URBANA, Ill. (WCIA) — What would you do if you were driving down the street, looked over, and saw a woolly mammoth sculpture on the truck next to you?

That was real life for some on Monday when a life-size mammoth made its way through Urbana. Thousands of years ago though, you could find them walking on the U of I campus where many now walk daily.

Some professors want you to know about the history and said this sculpture could help.

“We want something that both has a history of the earth context and also something that has a biological context. Something that would relate to people today,” Stephen Marshak, a retired professor in the Department of Earth Science and Environmental Change said.

So, the University of Illinois decided on a mammoth. Marshak described the animal as dramatic and said it’s the largest animal since the dinosaurs to have lived in Illinois.

The creation made its 16-mile journey from Taylor Studios in Rantoul to the Natural History Building off of Mathews Street, next to the Illini Union.

“We wanted the sculpture that would represent the heritage of the building,” Marshak added.

It’s part of the “Art in Architecture” program on campus and has been in the works for many years.

“It’ll be an opportunity to see what this part of the world would’ve looked like 30,000 years ago when it was really quite different,” Marshak said.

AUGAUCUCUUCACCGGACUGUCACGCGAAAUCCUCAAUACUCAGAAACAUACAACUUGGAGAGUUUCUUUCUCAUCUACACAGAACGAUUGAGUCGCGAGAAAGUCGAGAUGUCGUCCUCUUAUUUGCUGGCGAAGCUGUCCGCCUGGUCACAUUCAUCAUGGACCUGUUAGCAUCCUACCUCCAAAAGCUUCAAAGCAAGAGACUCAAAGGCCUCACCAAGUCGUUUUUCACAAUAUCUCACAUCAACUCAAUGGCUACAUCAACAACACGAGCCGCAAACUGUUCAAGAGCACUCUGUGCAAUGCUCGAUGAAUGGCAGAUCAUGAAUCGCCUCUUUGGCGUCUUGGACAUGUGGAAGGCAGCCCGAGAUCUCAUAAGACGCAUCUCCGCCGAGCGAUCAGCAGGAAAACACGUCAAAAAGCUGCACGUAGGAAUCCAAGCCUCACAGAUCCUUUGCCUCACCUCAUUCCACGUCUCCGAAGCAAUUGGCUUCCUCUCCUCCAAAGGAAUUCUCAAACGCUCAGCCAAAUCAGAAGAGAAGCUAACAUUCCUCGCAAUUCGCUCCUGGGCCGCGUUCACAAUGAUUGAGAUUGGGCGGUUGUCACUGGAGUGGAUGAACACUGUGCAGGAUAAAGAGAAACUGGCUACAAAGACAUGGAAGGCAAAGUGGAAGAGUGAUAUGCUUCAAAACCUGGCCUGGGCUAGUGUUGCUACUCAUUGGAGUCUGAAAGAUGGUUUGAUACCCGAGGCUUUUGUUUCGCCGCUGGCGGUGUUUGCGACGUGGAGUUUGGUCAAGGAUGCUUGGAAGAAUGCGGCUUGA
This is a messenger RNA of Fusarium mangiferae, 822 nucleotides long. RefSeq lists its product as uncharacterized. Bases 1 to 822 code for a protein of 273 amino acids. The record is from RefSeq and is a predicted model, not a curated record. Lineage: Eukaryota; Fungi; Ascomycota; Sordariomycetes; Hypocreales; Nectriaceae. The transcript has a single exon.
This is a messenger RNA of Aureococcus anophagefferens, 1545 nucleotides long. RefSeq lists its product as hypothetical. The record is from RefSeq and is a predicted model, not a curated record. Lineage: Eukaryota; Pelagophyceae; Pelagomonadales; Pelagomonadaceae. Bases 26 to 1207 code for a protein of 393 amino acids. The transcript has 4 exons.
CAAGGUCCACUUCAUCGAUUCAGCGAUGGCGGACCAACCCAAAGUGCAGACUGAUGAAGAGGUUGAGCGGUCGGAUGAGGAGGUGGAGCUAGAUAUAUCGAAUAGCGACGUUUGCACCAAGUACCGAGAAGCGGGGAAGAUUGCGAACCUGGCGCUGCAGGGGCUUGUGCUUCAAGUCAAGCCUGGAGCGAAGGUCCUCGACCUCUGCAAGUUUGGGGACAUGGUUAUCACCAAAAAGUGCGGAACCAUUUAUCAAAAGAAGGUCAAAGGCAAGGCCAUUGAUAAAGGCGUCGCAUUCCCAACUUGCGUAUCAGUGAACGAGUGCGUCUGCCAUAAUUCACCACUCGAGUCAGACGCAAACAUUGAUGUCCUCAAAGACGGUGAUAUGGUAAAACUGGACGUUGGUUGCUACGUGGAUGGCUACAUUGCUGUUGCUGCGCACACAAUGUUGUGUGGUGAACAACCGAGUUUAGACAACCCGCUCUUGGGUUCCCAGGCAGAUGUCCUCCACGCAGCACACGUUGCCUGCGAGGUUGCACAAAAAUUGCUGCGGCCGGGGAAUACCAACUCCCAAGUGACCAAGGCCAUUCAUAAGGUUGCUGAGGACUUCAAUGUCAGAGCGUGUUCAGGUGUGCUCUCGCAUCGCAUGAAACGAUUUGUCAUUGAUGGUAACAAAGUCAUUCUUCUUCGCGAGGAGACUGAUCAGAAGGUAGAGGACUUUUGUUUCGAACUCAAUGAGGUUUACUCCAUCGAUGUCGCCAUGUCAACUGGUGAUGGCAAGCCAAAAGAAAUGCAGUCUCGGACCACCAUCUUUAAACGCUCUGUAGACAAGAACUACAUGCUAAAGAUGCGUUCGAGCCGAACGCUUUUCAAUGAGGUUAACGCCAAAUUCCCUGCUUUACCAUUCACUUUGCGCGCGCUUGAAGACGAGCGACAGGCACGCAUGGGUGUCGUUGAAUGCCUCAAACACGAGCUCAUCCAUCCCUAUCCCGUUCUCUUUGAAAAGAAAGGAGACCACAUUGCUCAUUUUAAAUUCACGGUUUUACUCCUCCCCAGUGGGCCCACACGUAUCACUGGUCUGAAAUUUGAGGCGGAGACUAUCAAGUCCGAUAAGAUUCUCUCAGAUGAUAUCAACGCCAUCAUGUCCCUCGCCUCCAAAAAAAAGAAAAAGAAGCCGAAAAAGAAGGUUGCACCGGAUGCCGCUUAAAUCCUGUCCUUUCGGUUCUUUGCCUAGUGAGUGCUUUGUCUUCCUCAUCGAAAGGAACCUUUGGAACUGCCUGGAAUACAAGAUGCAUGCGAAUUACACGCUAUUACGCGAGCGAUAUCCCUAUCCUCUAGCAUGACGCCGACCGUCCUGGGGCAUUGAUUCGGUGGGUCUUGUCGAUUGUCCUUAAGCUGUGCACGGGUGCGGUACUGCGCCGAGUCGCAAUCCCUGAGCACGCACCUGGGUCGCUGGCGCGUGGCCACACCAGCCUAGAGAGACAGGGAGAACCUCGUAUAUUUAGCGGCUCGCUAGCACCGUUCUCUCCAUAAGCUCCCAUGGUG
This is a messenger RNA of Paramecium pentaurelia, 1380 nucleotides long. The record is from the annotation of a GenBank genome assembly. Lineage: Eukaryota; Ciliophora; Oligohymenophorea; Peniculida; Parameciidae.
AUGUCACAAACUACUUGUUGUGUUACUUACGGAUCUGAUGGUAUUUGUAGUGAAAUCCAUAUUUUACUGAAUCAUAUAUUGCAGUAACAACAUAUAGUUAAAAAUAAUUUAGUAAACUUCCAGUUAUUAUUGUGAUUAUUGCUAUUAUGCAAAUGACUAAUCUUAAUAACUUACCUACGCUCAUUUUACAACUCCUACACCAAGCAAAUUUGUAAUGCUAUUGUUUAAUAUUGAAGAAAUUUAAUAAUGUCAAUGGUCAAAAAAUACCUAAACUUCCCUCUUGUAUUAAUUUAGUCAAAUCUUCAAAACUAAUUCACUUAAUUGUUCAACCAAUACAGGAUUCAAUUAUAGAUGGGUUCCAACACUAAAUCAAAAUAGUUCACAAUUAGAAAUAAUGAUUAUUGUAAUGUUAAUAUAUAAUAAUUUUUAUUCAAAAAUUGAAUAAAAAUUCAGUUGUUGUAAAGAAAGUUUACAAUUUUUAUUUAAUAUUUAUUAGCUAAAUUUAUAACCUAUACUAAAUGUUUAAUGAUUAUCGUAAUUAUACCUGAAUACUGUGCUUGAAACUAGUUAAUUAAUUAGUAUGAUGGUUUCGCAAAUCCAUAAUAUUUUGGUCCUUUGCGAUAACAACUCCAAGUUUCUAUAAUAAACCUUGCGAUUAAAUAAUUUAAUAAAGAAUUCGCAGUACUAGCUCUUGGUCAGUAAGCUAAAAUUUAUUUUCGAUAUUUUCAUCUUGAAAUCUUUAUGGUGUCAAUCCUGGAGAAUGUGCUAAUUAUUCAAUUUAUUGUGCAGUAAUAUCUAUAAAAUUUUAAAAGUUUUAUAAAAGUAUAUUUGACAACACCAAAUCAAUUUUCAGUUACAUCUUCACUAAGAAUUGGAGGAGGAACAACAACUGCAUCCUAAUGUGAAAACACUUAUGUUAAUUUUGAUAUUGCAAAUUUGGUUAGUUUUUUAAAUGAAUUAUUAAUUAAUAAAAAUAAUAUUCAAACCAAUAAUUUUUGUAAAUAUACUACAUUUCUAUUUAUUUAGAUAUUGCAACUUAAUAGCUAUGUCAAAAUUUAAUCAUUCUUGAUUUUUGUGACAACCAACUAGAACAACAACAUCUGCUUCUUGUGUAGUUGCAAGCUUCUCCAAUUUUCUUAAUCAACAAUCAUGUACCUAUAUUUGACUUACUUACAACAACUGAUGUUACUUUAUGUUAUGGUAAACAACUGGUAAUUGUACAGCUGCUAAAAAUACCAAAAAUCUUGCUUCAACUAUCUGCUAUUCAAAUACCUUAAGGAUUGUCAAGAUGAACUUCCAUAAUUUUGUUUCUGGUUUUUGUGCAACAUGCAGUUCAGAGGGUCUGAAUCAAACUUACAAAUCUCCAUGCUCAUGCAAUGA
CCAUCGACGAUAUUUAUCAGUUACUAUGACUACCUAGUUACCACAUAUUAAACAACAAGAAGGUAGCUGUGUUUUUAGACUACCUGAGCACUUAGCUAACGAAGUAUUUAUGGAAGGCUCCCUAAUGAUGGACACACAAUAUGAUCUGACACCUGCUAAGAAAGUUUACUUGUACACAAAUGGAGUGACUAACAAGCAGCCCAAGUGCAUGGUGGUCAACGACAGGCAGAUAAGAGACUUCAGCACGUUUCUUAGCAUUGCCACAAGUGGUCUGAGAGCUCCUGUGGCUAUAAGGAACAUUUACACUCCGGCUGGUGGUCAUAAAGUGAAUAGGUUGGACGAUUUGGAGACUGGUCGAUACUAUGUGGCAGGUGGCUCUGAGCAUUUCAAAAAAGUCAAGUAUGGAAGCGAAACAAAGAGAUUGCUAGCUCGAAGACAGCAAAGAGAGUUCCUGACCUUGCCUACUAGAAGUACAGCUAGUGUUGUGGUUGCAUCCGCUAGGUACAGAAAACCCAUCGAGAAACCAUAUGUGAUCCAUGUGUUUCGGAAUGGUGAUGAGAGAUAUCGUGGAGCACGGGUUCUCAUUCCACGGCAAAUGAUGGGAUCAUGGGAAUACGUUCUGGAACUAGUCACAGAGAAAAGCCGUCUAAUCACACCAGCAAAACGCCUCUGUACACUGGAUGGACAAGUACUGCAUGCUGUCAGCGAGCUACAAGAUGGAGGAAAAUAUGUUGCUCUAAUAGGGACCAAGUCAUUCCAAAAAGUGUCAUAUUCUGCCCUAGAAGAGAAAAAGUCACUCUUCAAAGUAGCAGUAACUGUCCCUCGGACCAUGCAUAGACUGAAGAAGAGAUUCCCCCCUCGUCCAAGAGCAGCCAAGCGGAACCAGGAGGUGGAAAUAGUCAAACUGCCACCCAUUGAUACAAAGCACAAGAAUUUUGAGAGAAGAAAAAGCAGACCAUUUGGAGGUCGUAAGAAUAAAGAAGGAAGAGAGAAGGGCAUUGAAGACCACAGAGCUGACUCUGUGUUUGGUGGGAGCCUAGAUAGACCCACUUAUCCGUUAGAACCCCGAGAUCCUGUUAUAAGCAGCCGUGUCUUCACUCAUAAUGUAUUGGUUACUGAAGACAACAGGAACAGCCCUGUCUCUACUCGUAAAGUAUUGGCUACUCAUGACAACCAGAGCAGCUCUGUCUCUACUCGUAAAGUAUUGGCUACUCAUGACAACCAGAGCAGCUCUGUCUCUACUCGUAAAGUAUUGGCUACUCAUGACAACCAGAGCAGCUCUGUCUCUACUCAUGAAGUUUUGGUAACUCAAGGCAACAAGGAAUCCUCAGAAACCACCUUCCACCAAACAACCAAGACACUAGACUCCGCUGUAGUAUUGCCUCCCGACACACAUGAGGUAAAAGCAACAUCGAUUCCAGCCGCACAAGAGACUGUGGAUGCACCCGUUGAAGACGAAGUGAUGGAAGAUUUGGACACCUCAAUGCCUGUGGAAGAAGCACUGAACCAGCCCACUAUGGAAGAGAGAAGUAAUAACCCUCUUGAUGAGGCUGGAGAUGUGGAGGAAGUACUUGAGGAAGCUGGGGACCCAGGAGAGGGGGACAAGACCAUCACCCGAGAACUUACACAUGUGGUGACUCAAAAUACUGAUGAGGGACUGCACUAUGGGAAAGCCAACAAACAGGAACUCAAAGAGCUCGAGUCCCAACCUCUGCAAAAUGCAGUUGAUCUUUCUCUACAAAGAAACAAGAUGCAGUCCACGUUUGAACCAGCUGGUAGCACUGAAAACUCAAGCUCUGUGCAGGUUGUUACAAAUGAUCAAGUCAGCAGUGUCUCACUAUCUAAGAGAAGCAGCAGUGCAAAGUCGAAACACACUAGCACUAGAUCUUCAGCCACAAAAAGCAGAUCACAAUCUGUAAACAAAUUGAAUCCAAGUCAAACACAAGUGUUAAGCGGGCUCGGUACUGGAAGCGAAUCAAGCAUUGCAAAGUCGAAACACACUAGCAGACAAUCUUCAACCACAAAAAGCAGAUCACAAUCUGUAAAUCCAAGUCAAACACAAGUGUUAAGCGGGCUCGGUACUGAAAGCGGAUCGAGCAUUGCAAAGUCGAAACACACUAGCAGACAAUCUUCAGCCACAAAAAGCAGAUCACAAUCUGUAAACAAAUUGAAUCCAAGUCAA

He wants people to remember that landscapes are constantly changing and that people know the U of I campus occupies a land that has been around for geologic time.

The mammoth is making people stop and take a look.

Leo Kemp, a U of I student, said he purposefully walked toward the Natural History Building on the Quad to find it.

“It’s like an additional eyecatcher for everyone that comes here,” Kemp said.

The mammoth doesn’t have a name yet, but the department plans to have a contest to decide on one soon.

They also plan to add greenery and vegetation around it, the same kind that was around at the same time as the mammoth thousands of years ago. There will also be an educational plaque to learn more about the history.